6. All dresses must be at least four inches below the knees, no trousers or panty-hose may be worn by women and girls 3 years of age or older.
  7. Married women's hair must be completely covered in public, by a scarf or by a wig.
  8. It is forbidden for unrelated men and women to walk together in the street.
  9. Men and women must be separated by a wall (at least 7 feet high), when attending any gathering of a social or religious nature.
  10. All food consumed in the buildings of the community must conform to the dietary laws of the Code of Laws and be approved by the chief Rabbi or his second in command.
  11. No car may be driven by an unmarried man.
  12. The members must submit any interpersonal conflict to the arbitration of a rabbinical court.
  13. The Sabbath must be observed in strict conformity to Jewish law.
  14. Male members of the community must study the Torah and other religious texts for at least two hours a day.

Teachers of secular subjects who come into the community must follow guidelines of their own:

  1. All textbooks and literature to be used by the students in class or at home... must first be approved by the principal.
  2. No stencil or photo-copy of any other book may be used without approval.
  3. Students are not permitted to go to the public library nor is the teacher permitted to bring into the school, for the students, any such books.
  4. No newspaper or magazine may be read in school or hung up. Students are not permitted to read the above at home either.
  5. No records or tape may be used in the classroom without approval.
  6. No extra subjects, books, magazine supplement or other information which is not on the required curriculum of the school may be taught.
  7. For extra credit work or for class projects, students should not be told to write away for such material. The teacher should supply them with the material with approval.
  8. No discussion on boyfriends.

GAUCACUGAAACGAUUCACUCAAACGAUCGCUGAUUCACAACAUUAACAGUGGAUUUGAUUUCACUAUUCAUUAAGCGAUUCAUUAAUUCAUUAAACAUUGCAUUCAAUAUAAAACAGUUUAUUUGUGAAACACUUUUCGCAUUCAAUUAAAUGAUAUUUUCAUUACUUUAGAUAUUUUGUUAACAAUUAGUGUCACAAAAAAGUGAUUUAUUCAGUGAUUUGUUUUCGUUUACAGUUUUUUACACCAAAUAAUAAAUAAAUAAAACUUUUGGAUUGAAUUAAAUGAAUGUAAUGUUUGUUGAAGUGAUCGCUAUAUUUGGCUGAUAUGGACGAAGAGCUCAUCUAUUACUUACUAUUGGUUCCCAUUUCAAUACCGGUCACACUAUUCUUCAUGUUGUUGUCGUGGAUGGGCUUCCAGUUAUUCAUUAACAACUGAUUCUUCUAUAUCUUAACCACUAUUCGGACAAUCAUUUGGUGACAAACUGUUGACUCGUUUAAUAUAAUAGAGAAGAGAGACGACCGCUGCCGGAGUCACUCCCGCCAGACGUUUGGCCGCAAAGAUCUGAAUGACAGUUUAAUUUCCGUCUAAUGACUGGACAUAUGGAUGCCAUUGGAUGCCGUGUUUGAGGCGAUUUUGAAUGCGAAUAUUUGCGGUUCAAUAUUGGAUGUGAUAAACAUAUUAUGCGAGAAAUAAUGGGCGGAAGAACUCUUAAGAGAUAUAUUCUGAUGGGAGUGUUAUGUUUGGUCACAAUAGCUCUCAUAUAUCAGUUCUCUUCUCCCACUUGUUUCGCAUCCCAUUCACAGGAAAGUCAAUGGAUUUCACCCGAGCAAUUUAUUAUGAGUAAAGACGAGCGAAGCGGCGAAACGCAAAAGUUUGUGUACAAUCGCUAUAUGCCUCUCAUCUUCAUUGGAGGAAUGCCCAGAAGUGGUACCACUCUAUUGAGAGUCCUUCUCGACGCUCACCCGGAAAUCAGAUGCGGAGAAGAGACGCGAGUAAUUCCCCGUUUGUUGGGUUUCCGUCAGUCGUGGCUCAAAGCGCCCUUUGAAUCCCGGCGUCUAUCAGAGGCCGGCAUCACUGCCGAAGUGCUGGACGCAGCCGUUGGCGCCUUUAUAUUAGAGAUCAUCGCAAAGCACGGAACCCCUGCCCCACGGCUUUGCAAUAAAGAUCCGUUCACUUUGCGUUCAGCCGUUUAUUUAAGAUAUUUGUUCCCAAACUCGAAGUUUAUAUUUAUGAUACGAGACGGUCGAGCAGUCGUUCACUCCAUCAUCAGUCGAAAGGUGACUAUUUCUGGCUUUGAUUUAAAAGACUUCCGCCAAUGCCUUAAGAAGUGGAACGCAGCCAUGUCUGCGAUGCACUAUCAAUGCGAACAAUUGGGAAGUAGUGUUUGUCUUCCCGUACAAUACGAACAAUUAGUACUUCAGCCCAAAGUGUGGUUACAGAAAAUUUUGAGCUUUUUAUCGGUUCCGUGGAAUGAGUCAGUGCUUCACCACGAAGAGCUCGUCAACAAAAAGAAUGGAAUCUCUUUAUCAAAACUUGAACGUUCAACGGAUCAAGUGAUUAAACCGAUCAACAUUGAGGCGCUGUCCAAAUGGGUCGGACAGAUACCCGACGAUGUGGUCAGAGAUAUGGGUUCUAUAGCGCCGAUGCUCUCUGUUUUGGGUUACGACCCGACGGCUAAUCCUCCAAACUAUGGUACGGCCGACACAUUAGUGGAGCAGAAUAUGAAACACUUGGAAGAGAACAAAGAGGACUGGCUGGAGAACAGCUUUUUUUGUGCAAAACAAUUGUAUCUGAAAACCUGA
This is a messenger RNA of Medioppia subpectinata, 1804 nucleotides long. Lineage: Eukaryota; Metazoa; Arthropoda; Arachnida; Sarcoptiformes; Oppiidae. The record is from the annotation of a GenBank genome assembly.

9. No discussions of reproduction.
  10. No discussion about radio, television or movies.
  11. No discussion on religion.
  12. No discussion about Women's Liberation
  13. No homework on Thursdays.

PoliticsEdit

The community seems to avoid voting in federal elections. In a poll-by-poll map of Rivière-des-Mille-Îles, the riding that covers Kiryas Tosh, voter turnout was as low as 10% in 2008.[8] In the 2011 election, the community was evenly split between the Liberal and the Conservative candidates in their riding, while the riding itself was won by Laurin Liu of the NDP.[9] In the 2015 election, the area went heavily for the Liberals, and the riding itself was won by Linda Lapointe of the Liberal Party.[10]

The community caused a controversy among Quebec Jews when it seemed as if the community would support a "Yes" vote in the 1995 Quebec referendum, running contrary to the opinion of the other Jews in the province, who largely supported the federalist "No" side.[2]

See alsoEdit

ReferencesEdit

  1. ^ a b http://www.hatzolah.com/ Hatzolah of Kiryas Tosh
  2. ^ a b c d e Shaffir, William. "Kiryas Tash - Community". Kiryas Tash. Retrieved 21 August 2011. 
  3. ^ Côté, Reine. "Litige autour de la taxe d'eau impayée: la communauté juive de Boisbriand conteste le jugement". Retrieved 30 January 2012. 
  4. ^ a b Shaffir, William. "OCCUPATIONS IN TASH". Kiryas Tash - Community. Retrieved 15 April 2016. 
  5. ^ "About Shomrim". K T S P SHOMRIM KIRYAS TOSH. Retrieved 15 April 2016. 
  6. ^ "K T S P Shomrim Kiryas Tosh". Kiryas Tash. Retrieved 4 August 2012. 
  7. ^ a b Gold, Irving (1996). "Jewish Political Behavior-liberalism or Rational Political Tradition the 1989 Quebec Election and the Equality Party" (PDF). 
  8. ^ http://earth.smurfmatic.net/canada2008/polls/#24057 Canada 2008: Results by Polling Division / Resultats par section de vote
  9. ^ http://www.the506.com/elxnmaps/can2011/24057.html Election Atlas
  10. ^ http://uselectionatlas.org/FORUM/GALLERY/7775_03_03_16_11_18_29.jpeg

External linksEdit